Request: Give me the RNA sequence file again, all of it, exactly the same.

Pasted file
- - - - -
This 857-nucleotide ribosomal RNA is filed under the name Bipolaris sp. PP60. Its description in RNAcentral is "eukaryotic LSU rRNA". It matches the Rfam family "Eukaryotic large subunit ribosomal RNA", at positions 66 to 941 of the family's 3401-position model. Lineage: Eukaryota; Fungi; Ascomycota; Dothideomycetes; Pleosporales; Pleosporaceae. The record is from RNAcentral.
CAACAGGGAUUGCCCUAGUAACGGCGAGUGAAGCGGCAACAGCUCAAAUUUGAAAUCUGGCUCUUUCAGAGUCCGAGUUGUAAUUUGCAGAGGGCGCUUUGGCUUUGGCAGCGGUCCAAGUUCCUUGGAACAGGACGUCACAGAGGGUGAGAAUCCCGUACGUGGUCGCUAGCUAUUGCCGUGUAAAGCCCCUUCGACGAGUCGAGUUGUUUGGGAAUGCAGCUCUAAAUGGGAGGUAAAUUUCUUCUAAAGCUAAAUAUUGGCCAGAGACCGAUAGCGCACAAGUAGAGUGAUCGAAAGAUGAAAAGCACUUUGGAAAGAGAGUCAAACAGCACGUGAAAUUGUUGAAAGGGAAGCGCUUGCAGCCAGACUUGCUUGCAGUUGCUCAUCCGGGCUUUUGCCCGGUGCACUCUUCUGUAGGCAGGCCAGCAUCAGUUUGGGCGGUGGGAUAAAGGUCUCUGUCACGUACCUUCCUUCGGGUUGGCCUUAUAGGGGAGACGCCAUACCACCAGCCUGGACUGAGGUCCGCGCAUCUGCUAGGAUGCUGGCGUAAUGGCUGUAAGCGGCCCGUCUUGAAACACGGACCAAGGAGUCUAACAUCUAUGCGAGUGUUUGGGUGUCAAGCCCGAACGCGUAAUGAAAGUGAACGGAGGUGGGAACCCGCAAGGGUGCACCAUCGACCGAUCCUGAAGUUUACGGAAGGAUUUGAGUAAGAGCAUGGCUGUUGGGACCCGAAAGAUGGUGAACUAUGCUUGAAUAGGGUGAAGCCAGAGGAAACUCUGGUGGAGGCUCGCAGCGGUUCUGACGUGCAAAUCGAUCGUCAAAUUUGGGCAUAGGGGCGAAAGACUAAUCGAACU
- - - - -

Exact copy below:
This 857-nucleotide ribosomal RNA is filed under the name Bipolaris sp. PP60. Its description in RNAcentral is "eukaryotic LSU rRNA". It matches the Rfam family "Eukaryotic large subunit ribosomal RNA", at positions 66 to 941 of the family's 3401-position model. Lineage: Eukaryota; Fungi; Ascomycota; Dothideomycetes; Pleosporales; Pleosporaceae. The record is from RNAcentral.
CAACAGGGAUUGCCCUAGUAACGGCGAGUGAAGCGGCAACAGCUCAAAUUUGAAAUCUGGCUCUUUCAGAGUCCGAGUUGUAAUUUGCAGAGGGCGCUUUGGCUUUGGCAGCGGUCCAAGUUCCUUGGAACAGGACGUCACAGAGGGUGAGAAUCCCGUACGUGGUCGCUAGCUAUUGCCGUGUAAAGCCCCUUCGACGAGUCGAGUUGUUUGGGAAUGCAGCUCUAAAUGGGAGGUAAAUUUCUUCUAAAGCUAAAUAUUGGCCAGAGACCGAUAGCGCACAAGUAGAGUGAUCGAAAGAUGAAAAGCACUUUGGAAAGAGAGUCAAACAGCACGUGAAAUUGUUGAAAGGGAAGCGCUUGCAGCCAGACUUGCUUGCAGUUGCUCAUCCGGGCUUUUGCCCGGUGCACUCUUCUGUAGGCAGGCCAGCAUCAGUUUGGGCGGUGGGAUAAAGGUCUCUGUCACGUACCUUCCUUCGGGUUGGCCUUAUAGGGGAGACGCCAUACCACCAGCCUGGACUGAGGUCCGCGCAUCUGCUAGGAUGCUGGCGUAAUGGCUGUAAGCGGCCCGUCUUGAAACACGGACCAAGGAGUCUAACAUCUAUGCGAGUGUUUGGGUGUCAAGCCCGAACGCGUAAUGAAAGUGAACGGAGGUGGGAACCCGCAAGGGUGCACCAUCGACCGAUCCUGAAGUUUACGGAAGGAUUUGAGUAAGAGCAUGGCUGUUGGGACCCGAAAGAUGGUGAACUAUGCUUGAAUAGGGUGAAGCCAGAGGAAACUCUGGUGGAGGCUCGCAGCGGUUCUGACGUGCAAAUCGAUCGUCAAAUUUGGGCAUAGGGGCGAAAGACUAAUCGAACU